STORY BY MONICA BADOLIAN, STAFF WRITER
PHOTO FROM GETTY IMAGES
On February 5, 2023, the 65th Annual Grammy Awards ceremony was held at the Crypto.com Arena in Los Angeles. There’s much to unpack with the Grammy winners and those who were unhappy with the winning choice.
Harry Styles won Album of the Year for “Harry’s House” and won best pop vocal performance. There were a couple of people in the crowd shouting, “Beyonce should’ve won,” but Harry went on with his speech saying, “this doesn’t happen to people like me very often,” due to the fact he grew up as a baker. Meanwhile, singer-songwriter and former girlfriend to Harry, Taylor Swift, is the only one standing in the crowd for him. Not all relationships end badly between celebrities.
Record of the Year was won by Lizzo and her song “About Da*n Time.” The singer dedicated the award to Prince, the American singer-songwriter, who passed away in 2016. She said, “When we lost prince, I decided to dedicate my life to making positive music and I don’t care if my positivity bothers you.” It makes a lot of sense now, looking at Lizzo’s music and how they all do truly give positive vibes. “…But I stayed true to myself because I wanted to make the world a better place so I had to be that change,” Lizzo said.
Next is the Song of the Year Award, “Just Like That,” by Bonnie Raitt. Most people in the crowd did not seem to know this song or the name of the artist because when the award was announced the room was quiet. But yet, it’s the song of the year. The Blues singer didn’t expect herself to even win the award. “It’s really great to be able to celebrate and honor all the songwriters and my band and my team and see all my friends again and get to hug them after two years of masks,” said Raitt. “It means a lot to come back and actually win again was a great surprise.”
The Best New Artist Award was taken home by American Jazz singer, Samara Joy. “I’ve been watching y’all on TV for so long,” she said to the room. Speaking of her Bronx roots, she shouted out her family members in the crowd. “I’ve been singing all my life,” said Joy. “Thank you so much for this honor.”
English singer-songwriter Adele won Best Pop Solo Performance with her song “Easy On Me.” She goes on to say, “I wrote this first verse in the shower when I was choosing to change my son’s life and he’s been nothing but humble and gracious and loving to me the whole time.” Many people also believed that Adele should’ve won other awards like Record of the Year and Album of the Year.
The Queen, Beyoncé, did win the Best dance/electronic music album with “Renaissance.” Like Adele, people thought Beyoncé deserved Album of the Year as well. But she did make Grammy’s history with the most wins ever. Trevor Noah, the comedian, and host of the Grammys night presents the award to the artist because she was stuck in traffic. She also won Best dance/electronica recording with her single “Break My Soul,” and Best R&B song with “Cuff It.”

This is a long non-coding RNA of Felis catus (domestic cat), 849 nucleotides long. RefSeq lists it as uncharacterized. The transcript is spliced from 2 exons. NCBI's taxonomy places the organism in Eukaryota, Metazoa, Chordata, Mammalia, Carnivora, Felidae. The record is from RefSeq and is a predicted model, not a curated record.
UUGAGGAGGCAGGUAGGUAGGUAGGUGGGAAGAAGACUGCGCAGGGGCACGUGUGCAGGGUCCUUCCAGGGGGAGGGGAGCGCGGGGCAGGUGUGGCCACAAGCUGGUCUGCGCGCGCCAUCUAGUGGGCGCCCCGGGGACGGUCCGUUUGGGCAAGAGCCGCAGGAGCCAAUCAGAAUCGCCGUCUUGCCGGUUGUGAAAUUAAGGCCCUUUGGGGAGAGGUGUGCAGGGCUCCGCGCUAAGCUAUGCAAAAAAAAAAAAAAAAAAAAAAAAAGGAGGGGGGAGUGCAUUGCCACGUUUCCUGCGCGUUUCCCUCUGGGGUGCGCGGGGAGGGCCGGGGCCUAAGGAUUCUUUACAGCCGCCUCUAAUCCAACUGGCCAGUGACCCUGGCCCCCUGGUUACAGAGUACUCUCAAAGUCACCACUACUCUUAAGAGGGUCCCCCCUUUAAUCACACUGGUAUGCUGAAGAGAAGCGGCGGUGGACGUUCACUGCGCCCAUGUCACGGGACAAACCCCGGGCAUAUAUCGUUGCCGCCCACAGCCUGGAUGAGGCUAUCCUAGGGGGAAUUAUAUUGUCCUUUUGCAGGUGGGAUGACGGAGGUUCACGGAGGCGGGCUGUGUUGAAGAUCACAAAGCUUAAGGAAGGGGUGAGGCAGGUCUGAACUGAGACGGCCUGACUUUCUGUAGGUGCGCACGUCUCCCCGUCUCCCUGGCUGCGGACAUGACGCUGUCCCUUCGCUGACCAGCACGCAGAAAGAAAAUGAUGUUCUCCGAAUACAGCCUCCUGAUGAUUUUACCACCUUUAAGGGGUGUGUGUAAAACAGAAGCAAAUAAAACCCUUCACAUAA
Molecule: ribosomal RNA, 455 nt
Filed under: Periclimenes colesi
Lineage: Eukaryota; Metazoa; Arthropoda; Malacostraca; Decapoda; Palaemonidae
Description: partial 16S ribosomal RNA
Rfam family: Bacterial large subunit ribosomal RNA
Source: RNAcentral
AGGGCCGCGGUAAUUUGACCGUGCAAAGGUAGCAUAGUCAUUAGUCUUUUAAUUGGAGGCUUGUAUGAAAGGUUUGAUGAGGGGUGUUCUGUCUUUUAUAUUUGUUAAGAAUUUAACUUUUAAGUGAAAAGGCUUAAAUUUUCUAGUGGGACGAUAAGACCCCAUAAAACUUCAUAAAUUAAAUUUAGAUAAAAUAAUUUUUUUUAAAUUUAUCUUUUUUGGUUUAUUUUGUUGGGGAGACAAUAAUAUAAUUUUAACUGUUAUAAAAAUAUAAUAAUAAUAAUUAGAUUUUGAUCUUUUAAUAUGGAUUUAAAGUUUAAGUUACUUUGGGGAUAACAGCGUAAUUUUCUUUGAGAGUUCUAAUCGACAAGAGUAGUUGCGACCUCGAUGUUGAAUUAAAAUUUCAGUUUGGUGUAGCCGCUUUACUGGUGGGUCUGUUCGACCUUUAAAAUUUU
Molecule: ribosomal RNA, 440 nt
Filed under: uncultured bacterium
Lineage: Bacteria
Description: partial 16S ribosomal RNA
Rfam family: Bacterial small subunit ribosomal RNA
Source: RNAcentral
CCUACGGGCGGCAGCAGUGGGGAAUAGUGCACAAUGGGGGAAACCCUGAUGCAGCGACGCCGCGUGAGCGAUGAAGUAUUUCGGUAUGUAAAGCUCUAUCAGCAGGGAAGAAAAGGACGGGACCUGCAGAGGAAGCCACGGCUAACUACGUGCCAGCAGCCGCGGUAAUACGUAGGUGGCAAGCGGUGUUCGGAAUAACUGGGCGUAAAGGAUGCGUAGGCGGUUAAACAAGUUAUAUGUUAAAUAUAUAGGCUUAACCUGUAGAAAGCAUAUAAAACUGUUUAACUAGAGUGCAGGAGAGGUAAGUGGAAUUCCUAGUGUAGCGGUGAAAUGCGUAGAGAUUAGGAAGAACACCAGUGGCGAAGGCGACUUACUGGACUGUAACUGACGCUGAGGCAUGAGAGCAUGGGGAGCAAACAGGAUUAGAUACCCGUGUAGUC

Bad Bunny won Best música urbana album with “Un Verano Sin Ti.” The Puerto Rican rapper opened up the Grammys with his song “Tití Me Preguntó,” which had many people dancing and up on their feet, including Taylor Swift who seemed to be having the most fun.
The Best pop duo/group performance award was given to Sam Smith and Kim Petras for their single “Unholy.” Beyoncé was not the only one to make history that night, Petras became the first transgender woman to win the category. The German singer-songwriter said, “My mother — I grew up next to a highway in nowhere, Germany, and my mother believed me that I was a girl, and I wouldn’t be here without her and her support.”
More from the Grammys.
The Best Music Video Award: Taylor Swift’s “All Too Well: The Short Film.”
Best Latin pop album: “Pasieros,” Rubén Blades and Boca Livre
Best country album: Best country album
Best country song: ” ‘Til You Can’t,” Matt Rogers and Ben Stennis (performed by Cody Johnson)
Best country solo performance: “Live Forever,” Willie Nelson
Best country duo/group performance: “Never Wanted To Be That Girl,” Carly Pearce and Ashley McBryde
Best global music album: “Sakura,” Masa Takumi
Best alternative album: “Wet Leg,” Wet Leg
Best rock album: “Patient Number 9,” Ozzy Osbourne
Best rock song: “Broken Horses,” Brandi Carlile, Phil Hanseroth and Tim Hanseroth (performed by Brandi Carlile)
Best rock performance: “Broken Horses,” Brandi Carlile
Best rap album: “Mr. Morale & The Big Steppers,” Kendrick Lamar
Best rap song: “The Heart Part 5,” Jake Kosich, Johnny Kosich, Kendrick Lamar and Matt Schaeffer (performed by Lamar)
Best rap performance: “The Heart Part 5,” Kendrick Lamar
Best R&B album: “Black Radio III,” Robert Glasper
Best R&B performance: “Hrs & Hrs,” Muni Long
Best song written for visual media: “We Don’t Talk About Bruno” from “Encanto,” Lin-Manuel Miranda (performed by Carolina Gaitán – La Gaita, Mauro Castillo, Adassa, Rhenzy Feliz, Diane Guerrero, Stephanie Beatriz and the “Encanto” cast)
Best comedy album: “The Closer,” Dave Chappelle
Best musical theater album: “Into the Woods”